Last month, a coal-processing compound spilled into West Virginia's drinking-water supply, leaving hundreds of thousands of people without safe tap water. The ability to test for harmful chemicals and elements in our water seems more crucial than ever before.
Unfortunately, testing for one of the most common harmful water contaminants, mercury, has traditionally been both expensive and time-consuming. The testing is done in labs using big, pricey instruments operated by trained professionals -- not exactly helpful on the fly.
But there's good news out of UCLA. A team of scientists and engineers have designed a $37 3D-printed smartphone attachment that, in just 20 minutes, can detect mercury in water at a concentration of 3 to 4 parts per billion -- an important level given the Environmental Protection Agency considers 2 parts per billion the maximum level to be safe to drink.
"Our new platform for mercury testing is essentially a lab on a phone," Aydogan Ozcan, head researcher on the project and a professor of electrical and bioengineering, said in a school news release. "It's portable, lightweight, and inexpensive to manufacture. And, because of the global proliferation of mobile devices, it could make testing for mercury widely available. Having this kind of test available in resource-limited areas and in the field was an important motivation for our work."
Because it's so portable, affordable, and easy to operate in conjunction with devices that more and more people already have (smartphones), the researchers report in the journal ACS Nano that their tech could be especially useful in remote and otherwise low-tech areas where mercury in the water is just as much of an issue.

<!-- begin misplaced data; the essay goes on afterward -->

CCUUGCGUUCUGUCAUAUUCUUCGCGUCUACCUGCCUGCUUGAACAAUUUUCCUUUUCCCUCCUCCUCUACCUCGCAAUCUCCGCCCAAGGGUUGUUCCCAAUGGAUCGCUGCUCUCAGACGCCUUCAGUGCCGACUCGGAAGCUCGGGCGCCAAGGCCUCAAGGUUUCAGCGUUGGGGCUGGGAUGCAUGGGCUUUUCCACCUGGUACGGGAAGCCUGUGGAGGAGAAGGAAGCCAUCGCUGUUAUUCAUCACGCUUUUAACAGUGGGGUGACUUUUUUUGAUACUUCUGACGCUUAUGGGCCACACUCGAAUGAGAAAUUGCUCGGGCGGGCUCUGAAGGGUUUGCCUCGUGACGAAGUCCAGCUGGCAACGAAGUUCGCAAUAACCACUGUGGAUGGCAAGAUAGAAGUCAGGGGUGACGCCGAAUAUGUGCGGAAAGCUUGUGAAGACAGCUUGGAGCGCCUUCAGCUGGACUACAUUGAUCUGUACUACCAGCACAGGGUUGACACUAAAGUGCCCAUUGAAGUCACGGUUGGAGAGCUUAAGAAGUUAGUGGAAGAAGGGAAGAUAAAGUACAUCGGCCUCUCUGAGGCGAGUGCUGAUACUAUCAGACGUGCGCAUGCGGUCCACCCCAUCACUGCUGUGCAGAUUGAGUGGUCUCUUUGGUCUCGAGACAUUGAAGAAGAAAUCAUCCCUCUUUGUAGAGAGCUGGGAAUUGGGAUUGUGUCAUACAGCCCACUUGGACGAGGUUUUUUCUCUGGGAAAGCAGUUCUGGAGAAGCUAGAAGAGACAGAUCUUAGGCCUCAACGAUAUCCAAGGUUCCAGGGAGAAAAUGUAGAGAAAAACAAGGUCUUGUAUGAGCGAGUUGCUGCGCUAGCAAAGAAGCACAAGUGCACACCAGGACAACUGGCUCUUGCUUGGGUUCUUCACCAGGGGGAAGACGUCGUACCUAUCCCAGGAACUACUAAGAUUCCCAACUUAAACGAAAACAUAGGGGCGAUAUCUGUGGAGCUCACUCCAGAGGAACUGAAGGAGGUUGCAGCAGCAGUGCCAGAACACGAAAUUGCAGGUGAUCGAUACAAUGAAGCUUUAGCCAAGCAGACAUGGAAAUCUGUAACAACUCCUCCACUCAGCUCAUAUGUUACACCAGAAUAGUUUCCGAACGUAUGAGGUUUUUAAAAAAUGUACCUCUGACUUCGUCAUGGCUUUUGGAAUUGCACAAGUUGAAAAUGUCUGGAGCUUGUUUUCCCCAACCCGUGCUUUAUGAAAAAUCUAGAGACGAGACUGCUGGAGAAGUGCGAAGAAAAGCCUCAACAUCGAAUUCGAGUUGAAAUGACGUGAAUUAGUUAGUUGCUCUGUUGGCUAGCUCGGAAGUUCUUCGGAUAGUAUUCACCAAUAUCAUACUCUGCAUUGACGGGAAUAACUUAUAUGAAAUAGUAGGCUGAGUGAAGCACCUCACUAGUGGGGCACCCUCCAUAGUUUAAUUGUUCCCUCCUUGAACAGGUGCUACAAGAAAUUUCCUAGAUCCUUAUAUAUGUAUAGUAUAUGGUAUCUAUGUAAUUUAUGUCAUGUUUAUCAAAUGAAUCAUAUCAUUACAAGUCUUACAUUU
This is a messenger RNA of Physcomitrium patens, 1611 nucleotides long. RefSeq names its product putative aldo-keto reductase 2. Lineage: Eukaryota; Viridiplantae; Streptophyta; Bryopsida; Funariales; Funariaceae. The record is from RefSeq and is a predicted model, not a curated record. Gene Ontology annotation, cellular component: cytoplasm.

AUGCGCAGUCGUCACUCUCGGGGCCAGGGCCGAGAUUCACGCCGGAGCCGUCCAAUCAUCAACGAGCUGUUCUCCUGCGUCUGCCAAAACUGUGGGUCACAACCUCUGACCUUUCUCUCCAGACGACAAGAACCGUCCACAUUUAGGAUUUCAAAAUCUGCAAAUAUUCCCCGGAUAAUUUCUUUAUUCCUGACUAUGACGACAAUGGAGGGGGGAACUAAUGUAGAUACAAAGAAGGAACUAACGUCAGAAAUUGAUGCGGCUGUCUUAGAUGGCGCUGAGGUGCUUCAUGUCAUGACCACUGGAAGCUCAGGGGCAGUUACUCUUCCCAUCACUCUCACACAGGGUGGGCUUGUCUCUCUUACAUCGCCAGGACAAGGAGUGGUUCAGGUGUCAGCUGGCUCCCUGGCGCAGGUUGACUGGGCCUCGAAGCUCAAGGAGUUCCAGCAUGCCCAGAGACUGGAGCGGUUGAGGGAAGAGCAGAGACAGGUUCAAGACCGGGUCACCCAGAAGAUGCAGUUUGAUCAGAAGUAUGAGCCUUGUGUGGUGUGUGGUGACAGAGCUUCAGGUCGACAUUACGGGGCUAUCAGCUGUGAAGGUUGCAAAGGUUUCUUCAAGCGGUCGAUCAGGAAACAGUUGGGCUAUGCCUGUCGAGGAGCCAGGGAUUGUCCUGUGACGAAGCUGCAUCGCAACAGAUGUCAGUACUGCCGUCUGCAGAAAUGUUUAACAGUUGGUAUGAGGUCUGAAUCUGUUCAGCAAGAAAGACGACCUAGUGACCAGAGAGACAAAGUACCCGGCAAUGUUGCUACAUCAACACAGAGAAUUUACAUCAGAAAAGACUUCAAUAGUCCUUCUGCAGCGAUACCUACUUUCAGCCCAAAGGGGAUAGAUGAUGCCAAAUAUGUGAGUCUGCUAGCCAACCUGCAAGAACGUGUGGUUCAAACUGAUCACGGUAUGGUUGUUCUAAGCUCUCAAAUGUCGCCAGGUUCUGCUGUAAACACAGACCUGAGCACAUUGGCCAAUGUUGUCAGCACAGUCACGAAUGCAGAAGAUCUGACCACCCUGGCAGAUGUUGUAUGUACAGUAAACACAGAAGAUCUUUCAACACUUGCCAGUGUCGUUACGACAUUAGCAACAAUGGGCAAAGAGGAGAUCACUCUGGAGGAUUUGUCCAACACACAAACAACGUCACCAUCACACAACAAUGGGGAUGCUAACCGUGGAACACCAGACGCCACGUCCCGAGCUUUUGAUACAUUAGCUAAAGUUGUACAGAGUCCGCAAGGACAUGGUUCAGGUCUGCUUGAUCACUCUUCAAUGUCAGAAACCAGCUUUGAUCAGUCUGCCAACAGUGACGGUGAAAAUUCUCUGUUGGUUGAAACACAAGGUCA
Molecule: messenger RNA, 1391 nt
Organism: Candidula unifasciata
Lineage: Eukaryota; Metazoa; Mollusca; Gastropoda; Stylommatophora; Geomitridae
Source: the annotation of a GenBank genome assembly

The test, which takes all of 20 minutes, involves analyzing a water sample using a disposable test tube that could cost as little as 5 cents. The smartphone attachment's light-emitting diodes are set to two frequencies to detect tiny changes in light transmission picked up by the phone's built-in camera -- changes that are caused by mercury-induced nanoparticle clustering in the water.
From there, an Android app processes the resulting images to determine concentration levels, and it even organizes the test results and shares them to an online map to help track mercury pollution in the wider environment. Yep, we're talking crowdsourcing to track mercury contamination. In fact, the researchers did just that in this study, generating a mercury contamination map by measuring water samples at more than 50 locations across California that included city tap water, rivers, lakes, and beaches.
Researchers add that while the attachment costs $37 to make using a 3D printer, that number should go down as it is produced in larger quantities. It may also move beyond mercury detection as they continue to work on the design.